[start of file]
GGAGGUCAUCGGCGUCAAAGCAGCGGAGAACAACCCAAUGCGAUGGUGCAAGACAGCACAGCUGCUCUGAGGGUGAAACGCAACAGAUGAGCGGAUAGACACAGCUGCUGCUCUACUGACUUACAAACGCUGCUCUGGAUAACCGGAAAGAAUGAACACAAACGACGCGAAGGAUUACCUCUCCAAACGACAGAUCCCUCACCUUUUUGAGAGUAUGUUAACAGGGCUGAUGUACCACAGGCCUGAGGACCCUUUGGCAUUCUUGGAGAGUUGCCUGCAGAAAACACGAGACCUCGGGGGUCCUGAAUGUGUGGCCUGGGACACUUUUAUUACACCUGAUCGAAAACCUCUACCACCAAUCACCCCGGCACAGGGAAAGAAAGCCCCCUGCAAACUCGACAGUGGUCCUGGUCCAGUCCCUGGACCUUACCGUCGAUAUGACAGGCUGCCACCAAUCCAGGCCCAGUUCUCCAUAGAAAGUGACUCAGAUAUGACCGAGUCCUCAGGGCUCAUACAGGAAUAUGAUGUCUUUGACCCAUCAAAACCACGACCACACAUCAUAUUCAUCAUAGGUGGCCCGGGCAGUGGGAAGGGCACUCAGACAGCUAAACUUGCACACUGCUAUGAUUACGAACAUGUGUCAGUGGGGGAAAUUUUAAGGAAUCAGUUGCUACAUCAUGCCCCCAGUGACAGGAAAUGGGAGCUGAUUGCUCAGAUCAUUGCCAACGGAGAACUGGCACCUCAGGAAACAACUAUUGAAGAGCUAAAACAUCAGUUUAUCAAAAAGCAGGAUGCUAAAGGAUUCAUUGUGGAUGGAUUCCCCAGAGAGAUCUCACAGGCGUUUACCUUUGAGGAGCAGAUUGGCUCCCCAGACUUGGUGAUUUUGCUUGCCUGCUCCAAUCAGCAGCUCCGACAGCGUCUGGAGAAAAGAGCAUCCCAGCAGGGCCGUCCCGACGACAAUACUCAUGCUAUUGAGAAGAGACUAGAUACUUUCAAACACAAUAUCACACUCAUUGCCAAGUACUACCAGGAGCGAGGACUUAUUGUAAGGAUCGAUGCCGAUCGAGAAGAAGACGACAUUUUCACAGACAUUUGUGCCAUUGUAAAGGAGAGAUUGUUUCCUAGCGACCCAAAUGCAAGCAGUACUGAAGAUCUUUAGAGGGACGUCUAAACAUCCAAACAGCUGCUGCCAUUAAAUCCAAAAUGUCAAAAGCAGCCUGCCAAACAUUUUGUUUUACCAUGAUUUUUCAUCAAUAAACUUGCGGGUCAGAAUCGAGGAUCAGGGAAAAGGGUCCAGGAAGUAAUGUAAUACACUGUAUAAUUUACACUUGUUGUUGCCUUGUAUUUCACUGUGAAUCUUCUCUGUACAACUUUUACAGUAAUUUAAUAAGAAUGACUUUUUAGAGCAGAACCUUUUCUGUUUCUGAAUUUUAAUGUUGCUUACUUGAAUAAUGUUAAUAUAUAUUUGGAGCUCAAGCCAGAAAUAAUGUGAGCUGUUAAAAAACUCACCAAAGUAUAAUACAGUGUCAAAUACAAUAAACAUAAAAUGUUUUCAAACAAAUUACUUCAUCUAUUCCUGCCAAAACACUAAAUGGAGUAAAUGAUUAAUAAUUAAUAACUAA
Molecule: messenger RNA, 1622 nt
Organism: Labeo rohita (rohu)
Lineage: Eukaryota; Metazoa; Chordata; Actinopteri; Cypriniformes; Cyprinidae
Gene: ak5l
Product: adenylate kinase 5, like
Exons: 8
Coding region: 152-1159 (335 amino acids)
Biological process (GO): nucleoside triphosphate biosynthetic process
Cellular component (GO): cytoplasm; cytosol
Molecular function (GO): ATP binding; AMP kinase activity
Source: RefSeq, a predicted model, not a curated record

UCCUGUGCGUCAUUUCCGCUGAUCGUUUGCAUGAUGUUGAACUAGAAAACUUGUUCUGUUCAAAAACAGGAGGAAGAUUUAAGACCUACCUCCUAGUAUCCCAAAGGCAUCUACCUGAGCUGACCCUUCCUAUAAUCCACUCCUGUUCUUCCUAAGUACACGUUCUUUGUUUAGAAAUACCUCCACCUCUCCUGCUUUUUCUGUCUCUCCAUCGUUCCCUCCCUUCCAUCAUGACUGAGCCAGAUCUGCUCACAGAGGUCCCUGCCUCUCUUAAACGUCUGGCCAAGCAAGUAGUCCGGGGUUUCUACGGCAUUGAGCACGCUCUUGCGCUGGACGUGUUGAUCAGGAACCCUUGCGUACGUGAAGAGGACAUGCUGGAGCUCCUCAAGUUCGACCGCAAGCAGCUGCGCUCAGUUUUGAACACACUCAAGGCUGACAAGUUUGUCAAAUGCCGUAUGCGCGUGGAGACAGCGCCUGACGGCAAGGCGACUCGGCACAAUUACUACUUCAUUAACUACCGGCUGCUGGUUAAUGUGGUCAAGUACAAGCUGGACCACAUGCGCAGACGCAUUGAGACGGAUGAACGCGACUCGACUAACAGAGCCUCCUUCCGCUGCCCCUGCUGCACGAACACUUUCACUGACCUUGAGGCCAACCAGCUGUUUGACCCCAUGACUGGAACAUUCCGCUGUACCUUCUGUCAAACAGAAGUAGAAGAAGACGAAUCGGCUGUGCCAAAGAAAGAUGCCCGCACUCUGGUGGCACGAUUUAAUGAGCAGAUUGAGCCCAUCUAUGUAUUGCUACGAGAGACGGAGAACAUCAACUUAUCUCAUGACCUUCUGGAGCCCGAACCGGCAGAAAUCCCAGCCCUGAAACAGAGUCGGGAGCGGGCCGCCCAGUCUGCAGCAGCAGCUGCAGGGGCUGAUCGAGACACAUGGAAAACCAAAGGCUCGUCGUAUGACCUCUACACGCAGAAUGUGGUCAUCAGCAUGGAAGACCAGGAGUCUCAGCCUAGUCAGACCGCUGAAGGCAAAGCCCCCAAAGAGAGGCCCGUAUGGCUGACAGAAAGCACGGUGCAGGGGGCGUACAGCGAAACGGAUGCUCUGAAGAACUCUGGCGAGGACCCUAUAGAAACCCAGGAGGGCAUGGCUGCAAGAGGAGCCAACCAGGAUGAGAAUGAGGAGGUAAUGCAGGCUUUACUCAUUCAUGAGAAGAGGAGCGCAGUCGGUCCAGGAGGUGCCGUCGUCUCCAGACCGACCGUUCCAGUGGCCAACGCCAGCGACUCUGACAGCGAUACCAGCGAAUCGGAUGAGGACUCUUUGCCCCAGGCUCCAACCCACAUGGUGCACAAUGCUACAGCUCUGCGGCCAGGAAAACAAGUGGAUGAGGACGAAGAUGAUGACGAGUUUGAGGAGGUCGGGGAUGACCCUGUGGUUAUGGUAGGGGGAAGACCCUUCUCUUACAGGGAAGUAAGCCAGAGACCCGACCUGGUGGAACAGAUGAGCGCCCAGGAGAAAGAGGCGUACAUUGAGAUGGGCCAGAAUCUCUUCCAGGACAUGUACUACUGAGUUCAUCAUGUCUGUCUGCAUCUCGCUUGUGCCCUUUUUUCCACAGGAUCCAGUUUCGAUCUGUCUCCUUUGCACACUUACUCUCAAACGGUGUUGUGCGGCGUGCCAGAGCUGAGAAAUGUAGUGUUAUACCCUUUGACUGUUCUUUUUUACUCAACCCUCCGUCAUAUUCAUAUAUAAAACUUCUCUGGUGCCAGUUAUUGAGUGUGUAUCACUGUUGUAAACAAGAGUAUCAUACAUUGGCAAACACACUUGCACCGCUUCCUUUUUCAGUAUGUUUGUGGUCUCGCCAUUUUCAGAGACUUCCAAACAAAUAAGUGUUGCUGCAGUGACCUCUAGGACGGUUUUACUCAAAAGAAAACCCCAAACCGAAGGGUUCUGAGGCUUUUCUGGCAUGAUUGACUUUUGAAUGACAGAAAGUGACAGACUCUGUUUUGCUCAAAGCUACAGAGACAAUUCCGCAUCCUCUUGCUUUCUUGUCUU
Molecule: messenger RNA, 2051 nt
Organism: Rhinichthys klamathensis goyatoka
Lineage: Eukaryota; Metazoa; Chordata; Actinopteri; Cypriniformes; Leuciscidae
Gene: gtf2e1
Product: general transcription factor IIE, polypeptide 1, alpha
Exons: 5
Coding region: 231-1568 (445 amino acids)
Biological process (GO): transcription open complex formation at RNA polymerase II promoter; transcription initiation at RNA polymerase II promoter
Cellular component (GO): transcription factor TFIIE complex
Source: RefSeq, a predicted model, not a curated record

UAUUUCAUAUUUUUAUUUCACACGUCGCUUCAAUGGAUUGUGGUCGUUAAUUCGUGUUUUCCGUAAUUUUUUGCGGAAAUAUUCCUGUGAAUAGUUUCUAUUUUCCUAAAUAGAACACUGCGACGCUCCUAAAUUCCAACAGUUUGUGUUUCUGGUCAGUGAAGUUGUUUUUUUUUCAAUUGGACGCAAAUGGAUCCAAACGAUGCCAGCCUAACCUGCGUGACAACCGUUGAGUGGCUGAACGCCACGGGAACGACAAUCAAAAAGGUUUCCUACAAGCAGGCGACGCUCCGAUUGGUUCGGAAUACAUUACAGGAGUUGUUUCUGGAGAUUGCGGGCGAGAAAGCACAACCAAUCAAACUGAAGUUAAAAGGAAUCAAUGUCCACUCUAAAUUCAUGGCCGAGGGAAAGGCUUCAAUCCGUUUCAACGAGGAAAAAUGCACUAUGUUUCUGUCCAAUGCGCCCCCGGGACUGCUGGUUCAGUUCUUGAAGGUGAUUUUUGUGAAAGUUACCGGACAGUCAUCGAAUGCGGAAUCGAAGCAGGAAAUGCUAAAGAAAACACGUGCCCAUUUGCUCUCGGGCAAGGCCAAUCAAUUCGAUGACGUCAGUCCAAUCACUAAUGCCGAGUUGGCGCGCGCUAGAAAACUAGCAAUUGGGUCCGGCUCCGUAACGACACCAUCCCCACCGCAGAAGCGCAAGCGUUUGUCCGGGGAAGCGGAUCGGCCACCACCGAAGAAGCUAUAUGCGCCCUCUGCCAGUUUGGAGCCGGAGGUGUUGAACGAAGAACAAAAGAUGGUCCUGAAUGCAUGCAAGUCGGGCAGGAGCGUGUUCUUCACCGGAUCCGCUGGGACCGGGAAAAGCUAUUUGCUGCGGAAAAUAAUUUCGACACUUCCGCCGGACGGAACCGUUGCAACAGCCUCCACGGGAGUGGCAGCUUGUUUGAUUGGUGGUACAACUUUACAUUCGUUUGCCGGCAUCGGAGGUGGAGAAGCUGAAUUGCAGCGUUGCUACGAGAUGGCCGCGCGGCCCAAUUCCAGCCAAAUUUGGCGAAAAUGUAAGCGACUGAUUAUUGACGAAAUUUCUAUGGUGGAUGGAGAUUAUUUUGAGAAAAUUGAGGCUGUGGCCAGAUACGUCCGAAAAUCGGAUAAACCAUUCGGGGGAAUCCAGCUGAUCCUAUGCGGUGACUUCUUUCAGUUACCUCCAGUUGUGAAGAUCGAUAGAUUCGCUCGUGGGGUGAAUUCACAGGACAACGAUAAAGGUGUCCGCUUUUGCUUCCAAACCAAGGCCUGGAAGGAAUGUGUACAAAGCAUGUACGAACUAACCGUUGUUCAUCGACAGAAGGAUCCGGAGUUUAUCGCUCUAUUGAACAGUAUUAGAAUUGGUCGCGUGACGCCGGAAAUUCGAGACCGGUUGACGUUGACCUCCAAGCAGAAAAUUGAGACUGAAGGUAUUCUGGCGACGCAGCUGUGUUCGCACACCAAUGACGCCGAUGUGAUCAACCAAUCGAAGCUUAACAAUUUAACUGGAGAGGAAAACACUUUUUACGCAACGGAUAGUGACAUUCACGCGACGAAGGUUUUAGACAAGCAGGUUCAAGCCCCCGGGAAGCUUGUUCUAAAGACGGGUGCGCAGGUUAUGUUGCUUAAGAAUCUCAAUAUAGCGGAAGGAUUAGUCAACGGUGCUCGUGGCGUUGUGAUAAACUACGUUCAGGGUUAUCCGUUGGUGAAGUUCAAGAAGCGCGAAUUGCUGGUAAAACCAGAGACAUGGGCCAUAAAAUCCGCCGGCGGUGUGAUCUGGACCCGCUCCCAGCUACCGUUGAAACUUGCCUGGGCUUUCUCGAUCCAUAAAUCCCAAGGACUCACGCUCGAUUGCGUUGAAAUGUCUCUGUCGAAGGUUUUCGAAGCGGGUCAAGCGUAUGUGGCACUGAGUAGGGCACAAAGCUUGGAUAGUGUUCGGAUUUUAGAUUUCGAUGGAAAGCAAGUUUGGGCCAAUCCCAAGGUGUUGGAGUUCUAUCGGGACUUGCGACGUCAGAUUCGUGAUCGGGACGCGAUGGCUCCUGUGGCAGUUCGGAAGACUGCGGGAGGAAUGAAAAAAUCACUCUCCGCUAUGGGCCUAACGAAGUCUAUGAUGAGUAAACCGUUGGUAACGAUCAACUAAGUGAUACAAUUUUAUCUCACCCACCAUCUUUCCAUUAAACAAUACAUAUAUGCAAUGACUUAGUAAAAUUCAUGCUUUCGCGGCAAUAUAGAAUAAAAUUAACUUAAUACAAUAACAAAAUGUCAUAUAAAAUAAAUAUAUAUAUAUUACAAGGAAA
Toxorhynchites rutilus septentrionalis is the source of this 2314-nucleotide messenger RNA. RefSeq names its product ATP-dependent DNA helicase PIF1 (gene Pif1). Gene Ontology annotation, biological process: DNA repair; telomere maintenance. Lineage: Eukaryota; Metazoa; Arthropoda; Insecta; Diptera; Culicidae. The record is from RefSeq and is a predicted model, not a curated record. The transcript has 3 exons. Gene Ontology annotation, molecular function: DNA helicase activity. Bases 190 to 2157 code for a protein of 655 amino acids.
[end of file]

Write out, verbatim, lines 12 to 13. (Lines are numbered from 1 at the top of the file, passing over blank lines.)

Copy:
Source: RefSeq, a predicted model, not a curated record

UCCUGUGCGUCAUUUCCGCUGAUCGUUUGCAUGAUGUUGAACUAGAAAACUUGUUCUGUUCAAAAACAGGAGGAAGAUUUAAGACCUACCUCCUAGUAUCCCAAAGGCAUCUACCUGAGCUGACCCUUCCUAUAAUCCACUCCUGUUCUUCCUAAGUACACGUUCUUUGUUUAGAAAUACCUCCACCUCUCCUGCUUUUUCUGUCUCUCCAUCGUUCCCUCCCUUCCAUCAUGACUGAGCCAGAUCUGCUCACAGAGGUCCCUGCCUCUCUUAAACGUCUGGCCAAGCAAGUAGUCCGGGGUUUCUACGGCAUUGAGCACGCUCUUGCGCUGGACGUGUUGAUCAGGAACCCUUGCGUACGUGAAGAGGACAUGCUGGAGCUCCUCAAGUUCGACCGCAAGCAGCUGCGCUCAGUUUUGAACACACUCAAGGCUGACAAGUUUGUCAAAUGCCGUAUGCGCGUGGAGACAGCGCCUGACGGCAAGGCGACUCGGCACAAUUACUACUUCAUUAACUACCGGCUGCUGGUUAAUGUGGUCAAGUACAAGCUGGACCACAUGCGCAGACGCAUUGAGACGGAUGAACGCGACUCGACUAACAGAGCCUCCUUCCGCUGCCCCUGCUGCACGAACACUUUCACUGACCUUGAGGCCAACCAGCUGUUUGACCCCAUGACUGGAACAUUCCGCUGUACCUUCUGUCAAACAGAAGUAGAAGAAGACGAAUCGGCUGUGCCAAAGAAAGAUGCCCGCACUCUGGUGGCACGAUUUAAUGAGCAGAUUGAGCCCAUCUAUGUAUUGCUACGAGAGACGGAGAACAUCAACUUAUCUCAUGACCUUCUGGAGCCCGAACCGGCAGAAAUCCCAGCCCUGAAACAGAGUCGGGAGCGGGCCGCCCAGUCUGCAGCAGCAGCUGCAGGGGCUGAUCGAGACACAUGGAAAACCAAAGGCUCGUCGUAUGACCUCUACACGCAGAAUGUGGUCAUCAGCAUGGAAGACCAGGAGUCUCAGCCUAGUCAGACCGCUGAAGGCAAAGCCCCCAAAGAGAGGCCCGUAUGGCUGACAGAAAGCACGGUGCAGGGGGCGUACAGCGAAACGGAUGCUCUGAAGAACUCUGGCGAGGACCCUAUAGAAACCCAGGAGGGCAUGGCUGCAAGAGGAGCCAACCAGGAUGAGAAUGAGGAGGUAAUGCAGGCUUUACUCAUUCAUGAGAAGAGGAGCGCAGUCGGUCCAGGAGGUGCCGUCGUCUCCAGACCGACCGUUCCAGUGGCCAACGCCAGCGACUCUGACAGCGAUACCAGCGAAUCGGAUGAGGACUCUUUGCCCCAGGCUCCAACCCACAUGGUGCACAAUGCUACAGCUCUGCGGCCAGGAAAACAAGUGGAUGAGGACGAAGAUGAUGACGAGUUUGAGGAGGUCGGGGAUGACCCUGUGGUUAUGGUAGGGGGAAGACCCUUCUCUUACAGGGAAGUAAGCCAGAGACCCGACCUGGUGGAACAGAUGAGCGCCCAGGAGAAAGAGGCGUACAUUGAGAUGGGCCAGAAUCUCUUCCAGGACAUGUACUACUGAGUUCAUCAUGUCUGUCUGCAUCUCGCUUGUGCCCUUUUUUCCACAGGAUCCAGUUUCGAUCUGUCUCCUUUGCACACUUACUCUCAAACGGUGUUGUGCGGCGUGCCAGAGCUGAGAAAUGUAGUGUUAUACCCUUUGACUGUUCUUUUUUACUCAACCCUCCGUCAUAUUCAUAUAUAAAACUUCUCUGGUGCCAGUUAUUGAGUGUGUAUCACUGUUGUAAACAAGAGUAUCAUACAUUGGCAAACACACUUGCACCGCUUCCUUUUUCAGUAUGUUUGUGGUCUCGCCAUUUUCAGAGACUUCCAAACAAAUAAGUGUUGCUGCAGUGACCUCUAGGACGGUUUUACUCAAAAGAAAACCCCAAACCGAAGGGUUCUGAGGCUUUUCUGGCAUGAUUGACUUUUGAAUGACAGAAAGUGACAGACUCUGUUUUGCUCAAAGCUACAGAGACAAUUCCGCAUCCUCUUGCUUUCUUGUCUU